Situated in between Nicaragua and Panama, Costa Rica is a hot spot of travelers from around the world. From wildlife to volcanos to modern cities, Costa Rica offers something for every tourist.
The ideal time to visit Costa Rica is January through May. This is the dry season, and temperatures are in the nineties. The rainy season is June through December, and the months with the most rain are July and August.
Rain in Costa Rica is predictable. The rain begins at a certain time of day depending on the area, continues through the night, and then stops. The mornings are dry and sunny. Even if you visit Costa Rica during the rainy season, you can still have an enjoyable vacation.
If you are planning for a vacation at Costa Rica get to know the whole guide weather to safety before leaving.
Here are some travel tips for Costa Rica San Jose. Get to know everything about Costa Rica from weather to safety before planning a vacation there.
What to eat in Costa Rica? Popular Dishes
Ticos (the people of Costa Rica) don’t eat a lot of meat, although it is available.
A popular dish in Costa Rica is gallo pinto. Gallo pinto is rice and beans (red or black) with diced onion and bell pepper and finely chopped garlic. It is seasoned with Lizano sauce, which is similar to Worcestershire sauce. You can top it with natilla, which is similar to sour cream.
The fruit is a staple in Costa Rica. Vendors sell fruit on street corners, at markets, and sometimes even in the middle of the streets. The availability of fruit depends on the season: Some fruit grows during the rainy season, and another fruit grows during the dry season.
A bowl of fruit is a common snack or breakfast. Freshly squeezed juice is a delicious addition to any meal.
When you eat at a restaurant, be prepared to wait. The food is not pre-cooked, so it takes time to prepare a meal. If you order a bowl of fruit, your server will chop the fresh fruit.
A “soda” is a restaurant in Costa Rica. Some sodas are small and family-owned.
How about people in Costa Rica?
The people of Costa Rica are, for the most part, friendly and helpful. They are religious and family-oriented. Some households consist of three generations.
Some people will go to any length to help you. You will never hear anybody say, “I’m busy” or “That’s not my job.” The people are friendly and enjoy helping visitors to their country.
Don’t be surprised (or offended) if somebody hugs you. That’s common in Costa Rica.
Also, be prepared to wait. The people are not in a hurry! They take their time. They are not being rude or trying to offend you.
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Language and Culture of Costa Rica
Costa Ricans are native Spanish speakers, although many people speak some English. Be patient if a person’s English isn’t perfect. People are happy to talk to you. In fact, most people won’t be offended if you correct their English. They want to learn!
If you stay in better hotels and eat at the nicer restaurants, you will always find somebody who speaks English. If you visit a family-owned restaurant, you can translate the menu with a pocket dictionary (or your phone) and point to the items you want.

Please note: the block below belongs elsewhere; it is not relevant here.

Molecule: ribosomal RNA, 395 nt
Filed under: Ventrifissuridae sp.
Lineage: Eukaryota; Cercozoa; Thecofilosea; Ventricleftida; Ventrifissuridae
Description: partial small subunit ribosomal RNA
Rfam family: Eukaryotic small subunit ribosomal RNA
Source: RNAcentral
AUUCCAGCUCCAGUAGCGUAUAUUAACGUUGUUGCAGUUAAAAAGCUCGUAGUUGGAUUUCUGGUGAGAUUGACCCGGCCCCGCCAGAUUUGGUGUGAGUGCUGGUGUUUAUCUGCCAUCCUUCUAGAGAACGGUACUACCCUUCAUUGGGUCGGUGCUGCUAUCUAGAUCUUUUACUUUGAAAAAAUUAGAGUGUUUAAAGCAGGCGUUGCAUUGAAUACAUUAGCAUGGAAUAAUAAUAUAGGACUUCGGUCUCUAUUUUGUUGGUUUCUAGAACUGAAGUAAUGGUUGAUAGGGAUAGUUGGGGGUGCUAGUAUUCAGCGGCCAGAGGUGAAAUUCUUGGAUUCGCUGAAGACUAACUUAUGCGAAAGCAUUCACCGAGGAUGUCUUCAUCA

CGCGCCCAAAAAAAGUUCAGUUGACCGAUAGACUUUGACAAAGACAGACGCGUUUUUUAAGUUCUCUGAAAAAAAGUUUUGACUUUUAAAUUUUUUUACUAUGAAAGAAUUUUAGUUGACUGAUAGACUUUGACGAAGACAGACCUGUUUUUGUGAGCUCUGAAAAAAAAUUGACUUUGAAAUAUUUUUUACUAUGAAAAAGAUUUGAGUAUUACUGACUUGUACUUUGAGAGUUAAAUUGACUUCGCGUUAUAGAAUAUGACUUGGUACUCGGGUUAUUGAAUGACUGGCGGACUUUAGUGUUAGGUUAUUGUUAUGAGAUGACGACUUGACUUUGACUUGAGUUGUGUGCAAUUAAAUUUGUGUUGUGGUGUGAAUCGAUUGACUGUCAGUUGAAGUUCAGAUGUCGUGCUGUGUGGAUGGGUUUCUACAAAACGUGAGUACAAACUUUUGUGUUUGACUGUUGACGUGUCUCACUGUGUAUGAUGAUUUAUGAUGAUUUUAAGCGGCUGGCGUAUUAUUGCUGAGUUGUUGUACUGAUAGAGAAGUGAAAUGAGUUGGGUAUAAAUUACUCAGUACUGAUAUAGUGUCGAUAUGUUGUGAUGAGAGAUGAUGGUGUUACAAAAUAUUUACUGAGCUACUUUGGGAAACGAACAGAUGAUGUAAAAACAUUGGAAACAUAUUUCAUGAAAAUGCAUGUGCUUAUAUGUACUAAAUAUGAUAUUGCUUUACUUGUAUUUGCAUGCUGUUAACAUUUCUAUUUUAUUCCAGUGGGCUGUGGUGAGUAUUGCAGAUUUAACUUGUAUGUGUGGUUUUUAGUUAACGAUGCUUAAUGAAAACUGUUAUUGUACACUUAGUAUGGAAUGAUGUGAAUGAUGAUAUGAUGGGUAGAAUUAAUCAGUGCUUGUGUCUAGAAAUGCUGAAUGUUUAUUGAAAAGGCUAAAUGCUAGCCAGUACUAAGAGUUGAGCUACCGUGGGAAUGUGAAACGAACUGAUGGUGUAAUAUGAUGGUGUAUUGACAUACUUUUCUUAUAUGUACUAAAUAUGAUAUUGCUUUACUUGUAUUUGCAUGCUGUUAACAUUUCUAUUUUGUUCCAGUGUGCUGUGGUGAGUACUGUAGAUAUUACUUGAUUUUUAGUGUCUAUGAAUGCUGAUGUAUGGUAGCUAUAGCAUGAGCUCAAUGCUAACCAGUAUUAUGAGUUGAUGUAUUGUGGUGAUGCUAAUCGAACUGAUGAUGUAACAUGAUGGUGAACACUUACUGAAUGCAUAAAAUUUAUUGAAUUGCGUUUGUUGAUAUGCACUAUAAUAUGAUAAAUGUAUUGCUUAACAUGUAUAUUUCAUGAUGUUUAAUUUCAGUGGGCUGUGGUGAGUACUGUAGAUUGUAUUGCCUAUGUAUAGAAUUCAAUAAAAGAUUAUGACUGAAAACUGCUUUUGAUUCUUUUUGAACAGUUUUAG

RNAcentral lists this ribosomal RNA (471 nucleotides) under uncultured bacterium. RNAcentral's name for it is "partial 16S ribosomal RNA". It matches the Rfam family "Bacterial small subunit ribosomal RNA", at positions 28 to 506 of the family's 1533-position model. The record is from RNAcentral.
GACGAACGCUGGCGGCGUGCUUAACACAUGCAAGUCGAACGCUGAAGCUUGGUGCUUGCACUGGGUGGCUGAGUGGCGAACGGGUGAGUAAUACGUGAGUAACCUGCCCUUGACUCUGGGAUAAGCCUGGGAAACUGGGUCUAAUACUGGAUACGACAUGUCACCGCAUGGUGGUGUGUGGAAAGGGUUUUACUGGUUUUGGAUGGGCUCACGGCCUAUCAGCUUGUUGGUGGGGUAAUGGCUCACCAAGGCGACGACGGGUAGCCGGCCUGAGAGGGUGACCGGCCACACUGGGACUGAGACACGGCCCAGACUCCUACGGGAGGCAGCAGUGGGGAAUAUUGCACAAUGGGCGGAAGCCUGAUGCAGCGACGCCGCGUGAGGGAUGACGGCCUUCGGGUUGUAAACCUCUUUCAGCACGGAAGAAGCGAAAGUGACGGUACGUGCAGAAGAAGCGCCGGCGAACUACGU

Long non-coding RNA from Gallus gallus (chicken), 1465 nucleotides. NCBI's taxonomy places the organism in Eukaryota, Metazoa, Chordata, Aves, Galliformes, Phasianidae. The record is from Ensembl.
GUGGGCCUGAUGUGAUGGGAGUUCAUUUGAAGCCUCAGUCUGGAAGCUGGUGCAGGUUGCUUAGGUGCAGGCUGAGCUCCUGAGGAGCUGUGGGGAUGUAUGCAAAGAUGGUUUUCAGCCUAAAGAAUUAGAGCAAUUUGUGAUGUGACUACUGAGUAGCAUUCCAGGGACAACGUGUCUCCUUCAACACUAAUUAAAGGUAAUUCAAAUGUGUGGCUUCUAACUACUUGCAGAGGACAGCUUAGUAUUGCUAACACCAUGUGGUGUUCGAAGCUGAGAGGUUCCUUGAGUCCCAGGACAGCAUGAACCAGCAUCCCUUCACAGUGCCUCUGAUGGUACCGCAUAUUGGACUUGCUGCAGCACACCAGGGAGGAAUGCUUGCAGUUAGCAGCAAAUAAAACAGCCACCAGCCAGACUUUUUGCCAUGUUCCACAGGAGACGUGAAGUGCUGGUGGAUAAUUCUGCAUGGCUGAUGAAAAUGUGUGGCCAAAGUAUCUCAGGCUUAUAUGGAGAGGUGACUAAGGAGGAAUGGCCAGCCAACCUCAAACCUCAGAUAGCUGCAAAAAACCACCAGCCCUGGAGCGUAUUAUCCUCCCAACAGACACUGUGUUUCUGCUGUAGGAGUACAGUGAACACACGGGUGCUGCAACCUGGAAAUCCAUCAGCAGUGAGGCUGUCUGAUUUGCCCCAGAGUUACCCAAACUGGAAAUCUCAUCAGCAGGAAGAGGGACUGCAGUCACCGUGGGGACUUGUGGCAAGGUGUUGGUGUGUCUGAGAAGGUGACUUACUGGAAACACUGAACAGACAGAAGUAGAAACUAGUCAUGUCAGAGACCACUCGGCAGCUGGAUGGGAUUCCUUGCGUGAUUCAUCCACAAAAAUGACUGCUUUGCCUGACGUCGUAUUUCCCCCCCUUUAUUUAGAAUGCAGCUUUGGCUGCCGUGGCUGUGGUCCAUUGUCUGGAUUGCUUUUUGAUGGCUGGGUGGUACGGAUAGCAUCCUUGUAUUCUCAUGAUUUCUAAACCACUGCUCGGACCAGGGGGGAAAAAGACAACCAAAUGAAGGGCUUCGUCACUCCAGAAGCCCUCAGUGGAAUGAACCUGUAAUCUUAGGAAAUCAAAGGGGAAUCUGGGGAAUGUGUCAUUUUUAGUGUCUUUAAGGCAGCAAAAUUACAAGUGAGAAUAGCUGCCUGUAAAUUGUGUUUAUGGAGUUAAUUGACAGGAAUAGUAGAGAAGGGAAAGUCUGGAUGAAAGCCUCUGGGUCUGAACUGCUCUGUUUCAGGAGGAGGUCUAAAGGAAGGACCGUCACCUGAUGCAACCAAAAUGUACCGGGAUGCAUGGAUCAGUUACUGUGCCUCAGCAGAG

Here are some key phrases that are helpful:
Que Es? (Pronounced K S) means “What is it?” This is useful when you see a bizarre fruit or anything else.
Donde Esta? (Pronounced Don-day es-ta) means “Where is?” You can use your phone or dictionary to find the name of the place you need, such as bathroom, hotel, or hospital.
Hola (pronounced Oh-La) means hello. People in Costa Rica are friendly and will return a greeting.
Ciao (pronounced Chow) means “Goodbye.”
Hotels range from the exquisite and expensive to the very basic and cheap. You can pick the type of hotel you want. Since you may be wandering the country and only staying in your hotel at night, a cheap hotel may be the best for you.
If the hotel offers breakfast, it is probably Gallo pinto or a bowl of fruit.
Where to find cheap places to shop in Costa Rica?
Costa Rica has a variety of places to shop. San Pedro Mall, in San Jose, is a modern shopping area that will rival shopping malls in the United States. It has a variety of stores and a food court with plenty of options.
Many small shops are also around town. Some people have turned the lower floor of their house into a shop. They sell a variety of products, from staple foods to household products to kitchen items. Most stores sell freshly baked goods.
On Sundays in San Jose, the ferria takes place in the bull ring. This is a huge shopping experience and well worth a visit! At the ferria, you can buy plenty of fresh fruit, handmade crafts (such as wallets, jewelry, and bags), beans, rice, and freshly squeezed juice.
If you visit the ferria, bring a backpack or two so that you can carry all your items home! Feel free to take pictures. People won’t be offended.
The ferria is a good place to use the phrase “Que es?” You will see plenty of strange fruit to try. You’ll definitely want to know the name of it.
What to buy in Costa Rica? Souvenirs
As with any other vacation spot, Costa Rica has plenty of souvenirs to take home. Costa Rica is known for souvenirs. You can buy handmade ceramics, jewelry, and purses.
Your choice of souvenirs depends on your taste. No matter what you prefer, you can find it.
For the most part, days and nights are twelve hours each in Costa Rica. The sun rises around six a.m. and sets around six p.m. Costa Rica doesn’t have an evening. The transition from day to night takes just a few minutes. When the sun sets, the temperature drops.